If you want to divide something off from something else, you need a third thing which does not remind you of either of these two.  A neutral object.  The frame is not a necessary part of the building, like the wall; nor is it the enchanted surface of the canvas.  The frame serves to neutralize a little part of the wall and lead our eye on from this to the other dimension, to the imaginary island.

So the frame is a sort of window, in the same way as windows also behave as frames.  The painting opens up for an idealized piece of the world in the middle of the silent reality of the wall, and we lean forward as if towards a window and regard this unreal scenario.  In a similar way, a portion of a city or landscape seen through a window opening also often comes to look like a detached fragment without connection to the concrete world, just like a painting.

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The gold frame has been preferred over the centuries to all other sorts of frame.  The above interpretation of the function of the frame helps to explain the privileged status of the gold frame.  If the purpose is to take us away from empirical reality, the frame must appear to be as little recognizable as possible in relation to the nature which surrounds us.  No matter how stylized the frame is, it will always lead our thoughts to the materials it has been made of.  Even the cleanest and most geometrical ornamentation, convolutions and spiral decoration, will remind us of nature’s own forms, in the same way as the shell, picked up a thousand years ago, will still give echoes of the seething waves of the Atlantic.  Only that which has no form is free of any sort of reference to reality.

It is possible that the special status of the gold frame is due to the fact that the purple bronze used for gilding is the material that most reflects light, and reflections of light are not things in themselves but just light, pure colour without form.  If an object is made of metal or glass, we will not focus on the light and reflections in the same way, but on the contrary, on the surface of the object itself.  The reflection of light belongs neither to what is reflected nor to what it is reflected by, rather to the immaterial spectrum in between.  As it neither has its own form nor is reproduced by the form of others, we are unable to see it as a concrete object and we are left in a strange uncertainty.

With its powerful refulgence, the gold frame draws a glittering line between the painting and the reality around it.  Its reflections of light are like knives that continually cut the ties we tend to want to make between the unreality of the work and the concrete reality of the surroundings.  Quite in the same way as the gate to Paradise, where an angel meets the new arrival with a burning sword, a sword of reflections of light.

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The stage curtain is the frame of the theatre stage.  It hangs heavy and significant, like brackets surrounding other content than what is to be found in the rest of the room.  The less ornamentation it has, the better.  It tells us with a grandiose and absurd gesture that another world begins on the imaginary hinterland of the stage, an unreal world, a phantasmagoria.  We would not allow it if the stage curtain opened its mouth to speak about business and daily life, that it just repeated what the audience have already brought into the theatre with them.  We expect to be met by a puff of fantasy, a breath of legend and unreality.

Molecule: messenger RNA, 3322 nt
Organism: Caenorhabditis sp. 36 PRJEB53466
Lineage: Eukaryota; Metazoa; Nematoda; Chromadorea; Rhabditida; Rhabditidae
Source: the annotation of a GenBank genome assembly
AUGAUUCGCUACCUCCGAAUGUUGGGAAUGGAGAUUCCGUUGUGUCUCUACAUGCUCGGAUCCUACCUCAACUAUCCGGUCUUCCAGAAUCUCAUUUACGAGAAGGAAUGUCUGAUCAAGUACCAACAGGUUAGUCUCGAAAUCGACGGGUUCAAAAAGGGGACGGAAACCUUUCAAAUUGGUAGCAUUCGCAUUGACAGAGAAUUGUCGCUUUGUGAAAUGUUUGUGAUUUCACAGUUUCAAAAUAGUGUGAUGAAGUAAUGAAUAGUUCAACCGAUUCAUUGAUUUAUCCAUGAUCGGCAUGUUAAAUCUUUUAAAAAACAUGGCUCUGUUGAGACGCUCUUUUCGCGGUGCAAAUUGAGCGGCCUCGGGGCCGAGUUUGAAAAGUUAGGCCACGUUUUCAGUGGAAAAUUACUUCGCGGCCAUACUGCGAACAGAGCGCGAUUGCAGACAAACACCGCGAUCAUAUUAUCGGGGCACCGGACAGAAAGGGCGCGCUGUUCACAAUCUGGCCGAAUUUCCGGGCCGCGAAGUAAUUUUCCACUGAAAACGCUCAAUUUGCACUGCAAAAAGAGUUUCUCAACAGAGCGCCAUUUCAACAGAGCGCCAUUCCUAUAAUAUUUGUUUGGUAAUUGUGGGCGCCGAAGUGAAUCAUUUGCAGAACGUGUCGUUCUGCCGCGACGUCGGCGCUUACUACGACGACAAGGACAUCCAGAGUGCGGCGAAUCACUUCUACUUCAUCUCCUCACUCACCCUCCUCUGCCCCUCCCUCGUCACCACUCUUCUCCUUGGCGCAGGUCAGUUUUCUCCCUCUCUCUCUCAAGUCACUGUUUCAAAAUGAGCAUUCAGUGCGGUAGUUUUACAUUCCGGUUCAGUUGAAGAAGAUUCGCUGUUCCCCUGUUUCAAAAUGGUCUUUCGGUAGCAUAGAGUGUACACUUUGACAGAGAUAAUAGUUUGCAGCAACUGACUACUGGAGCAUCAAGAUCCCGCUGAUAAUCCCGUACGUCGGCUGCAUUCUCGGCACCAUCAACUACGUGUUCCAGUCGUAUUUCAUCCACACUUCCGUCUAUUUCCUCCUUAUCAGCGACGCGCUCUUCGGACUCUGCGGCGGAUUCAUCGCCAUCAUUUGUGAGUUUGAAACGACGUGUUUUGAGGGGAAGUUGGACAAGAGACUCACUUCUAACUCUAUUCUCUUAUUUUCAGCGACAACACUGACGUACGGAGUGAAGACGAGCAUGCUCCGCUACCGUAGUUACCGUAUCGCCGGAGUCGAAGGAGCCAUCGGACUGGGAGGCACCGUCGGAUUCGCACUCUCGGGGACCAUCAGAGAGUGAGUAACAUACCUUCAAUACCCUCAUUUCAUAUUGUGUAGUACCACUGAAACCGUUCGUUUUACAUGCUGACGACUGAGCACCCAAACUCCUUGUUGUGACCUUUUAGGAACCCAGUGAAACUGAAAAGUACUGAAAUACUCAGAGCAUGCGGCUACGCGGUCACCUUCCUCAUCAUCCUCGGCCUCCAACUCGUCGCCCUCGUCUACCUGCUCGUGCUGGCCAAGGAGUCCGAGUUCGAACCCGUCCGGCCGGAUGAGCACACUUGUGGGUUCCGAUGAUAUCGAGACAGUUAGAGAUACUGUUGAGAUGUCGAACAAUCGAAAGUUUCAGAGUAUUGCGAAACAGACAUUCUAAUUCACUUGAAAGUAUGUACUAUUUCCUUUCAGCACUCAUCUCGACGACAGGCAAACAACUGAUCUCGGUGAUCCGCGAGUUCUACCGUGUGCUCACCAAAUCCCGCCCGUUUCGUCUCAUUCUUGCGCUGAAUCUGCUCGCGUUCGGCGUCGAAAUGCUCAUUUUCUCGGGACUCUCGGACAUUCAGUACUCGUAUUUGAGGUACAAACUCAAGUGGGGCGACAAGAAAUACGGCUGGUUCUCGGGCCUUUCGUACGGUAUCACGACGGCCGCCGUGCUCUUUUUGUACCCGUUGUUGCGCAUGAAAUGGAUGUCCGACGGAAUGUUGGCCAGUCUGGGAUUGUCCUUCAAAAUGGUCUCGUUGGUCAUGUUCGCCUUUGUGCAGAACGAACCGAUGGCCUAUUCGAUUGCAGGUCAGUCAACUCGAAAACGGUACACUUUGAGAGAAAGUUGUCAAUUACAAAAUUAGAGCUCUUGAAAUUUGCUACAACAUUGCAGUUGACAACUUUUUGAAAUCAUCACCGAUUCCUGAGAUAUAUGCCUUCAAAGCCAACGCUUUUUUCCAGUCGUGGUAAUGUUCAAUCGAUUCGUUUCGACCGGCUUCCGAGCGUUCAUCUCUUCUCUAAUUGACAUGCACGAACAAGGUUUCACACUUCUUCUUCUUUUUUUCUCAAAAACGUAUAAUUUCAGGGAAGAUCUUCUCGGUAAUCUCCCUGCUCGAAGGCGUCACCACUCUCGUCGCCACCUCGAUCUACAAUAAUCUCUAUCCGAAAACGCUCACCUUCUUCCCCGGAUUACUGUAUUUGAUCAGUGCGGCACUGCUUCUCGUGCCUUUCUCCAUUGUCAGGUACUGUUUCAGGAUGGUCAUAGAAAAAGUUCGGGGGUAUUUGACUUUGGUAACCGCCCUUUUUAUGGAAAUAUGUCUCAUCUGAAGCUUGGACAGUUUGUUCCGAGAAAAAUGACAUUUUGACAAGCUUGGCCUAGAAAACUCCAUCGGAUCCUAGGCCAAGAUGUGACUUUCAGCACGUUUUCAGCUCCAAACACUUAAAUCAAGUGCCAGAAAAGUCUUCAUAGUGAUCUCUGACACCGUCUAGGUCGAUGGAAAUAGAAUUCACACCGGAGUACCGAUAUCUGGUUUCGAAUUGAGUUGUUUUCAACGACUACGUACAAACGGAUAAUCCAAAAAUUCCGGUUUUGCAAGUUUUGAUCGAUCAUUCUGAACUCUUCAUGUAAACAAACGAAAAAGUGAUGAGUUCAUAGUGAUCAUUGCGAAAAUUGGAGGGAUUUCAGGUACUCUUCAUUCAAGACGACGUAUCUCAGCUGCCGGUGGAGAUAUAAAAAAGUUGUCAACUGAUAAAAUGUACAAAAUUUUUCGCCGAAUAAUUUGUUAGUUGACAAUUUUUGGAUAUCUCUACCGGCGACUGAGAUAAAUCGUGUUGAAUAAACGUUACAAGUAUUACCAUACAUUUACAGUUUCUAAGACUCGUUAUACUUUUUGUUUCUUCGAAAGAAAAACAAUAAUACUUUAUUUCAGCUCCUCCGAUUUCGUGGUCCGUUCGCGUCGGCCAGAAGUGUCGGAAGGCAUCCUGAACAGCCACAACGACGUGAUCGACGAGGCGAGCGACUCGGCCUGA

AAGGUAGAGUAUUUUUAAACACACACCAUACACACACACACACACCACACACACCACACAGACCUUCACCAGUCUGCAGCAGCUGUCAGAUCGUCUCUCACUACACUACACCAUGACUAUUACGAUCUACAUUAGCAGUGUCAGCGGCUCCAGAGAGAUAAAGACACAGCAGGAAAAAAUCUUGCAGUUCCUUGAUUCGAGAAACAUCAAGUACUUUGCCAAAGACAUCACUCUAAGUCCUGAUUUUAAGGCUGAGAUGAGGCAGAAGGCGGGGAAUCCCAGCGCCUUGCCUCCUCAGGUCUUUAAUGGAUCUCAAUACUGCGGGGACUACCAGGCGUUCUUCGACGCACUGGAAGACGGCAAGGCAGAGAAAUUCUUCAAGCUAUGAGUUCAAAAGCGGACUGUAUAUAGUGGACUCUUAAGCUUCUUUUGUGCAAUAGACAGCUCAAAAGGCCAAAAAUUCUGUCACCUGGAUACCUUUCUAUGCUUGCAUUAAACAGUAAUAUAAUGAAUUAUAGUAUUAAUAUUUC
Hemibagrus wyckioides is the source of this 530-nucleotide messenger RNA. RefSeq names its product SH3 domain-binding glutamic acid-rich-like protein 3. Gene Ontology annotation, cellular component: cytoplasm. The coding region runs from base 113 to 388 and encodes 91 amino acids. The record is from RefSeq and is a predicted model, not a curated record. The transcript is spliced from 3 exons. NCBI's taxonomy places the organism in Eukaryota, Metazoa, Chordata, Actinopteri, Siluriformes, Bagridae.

One cannot ever get to the bottom of this subject, and our attempts to write the definitive work on the frame must necessarily end in failure. We have to stop while we can.  Of course we could begin to talk about the hat and veil as a frame around a woman’s face.  Here we have to give up.  It would also be fitting to discuss why Chinese and Japanese paintings are not normally framed.  But why should we start on that discussion, which in its essence is about the difference between Western and Far Eastern art, between the Asian and the European soul?  To understand these differences, we would first have to investigate why the Chinese orient themselves towards the south and not the north.  Why people wear white in China to show sorrow.  Why they start with the roof and not the foundation when they build a house.  And why people in China move their heads up and down when they want to say no, just like us when we want to say yes.

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With grateful thanks to Henrik Bjerre for permission to republish articles in Frames: state of the art, and to Sven Bjerkhof and Poul Lauritsen for facilitating the process.

National Gallery, London: reframings – an update

The National Gallery, London, has recently seen three important paintings reframed:  Andrea del Sarto, The Madonna and Child, St Elizabeth and the Baptist (c.1513); Bronzino, The Madonna and Child with saints (probably c.1540); and Johann Liss, Judith in the tent of Holofernes (c. 1622).

Andrea del Sarto Madonna & Child & Bronzino Madonna & Child with Saints NG ed

Andrea del Sarto, The Madonna and Child, St Elizabeth and the Baptist (c.1513), & Bronzino, The Madonna and Child with saints (probably c.1540).  National Gallery, London

The first two of these are works by Mannerist painters, which hang side by side in the Gallery, and they have been set into two extraordinarily beautiful and powerful Mannerist frames. Mannerism is usually best described as a subversion of classical idiom, in which the artist, craftsman, architect or designer plays games with the conventional proportions and motifs which characterized art during the Renaissance. Although it’s a term which was first applied to painting (earlier, in the work of Andrea del Sarto and Michelangelo; later in work by Pontormo, Bronzino, Coreggio, etc.), and emerges as a style in the late teens and early twenties of the 16th century, it’s also applied to the tricks of design played in buildings, furniture and picture frames.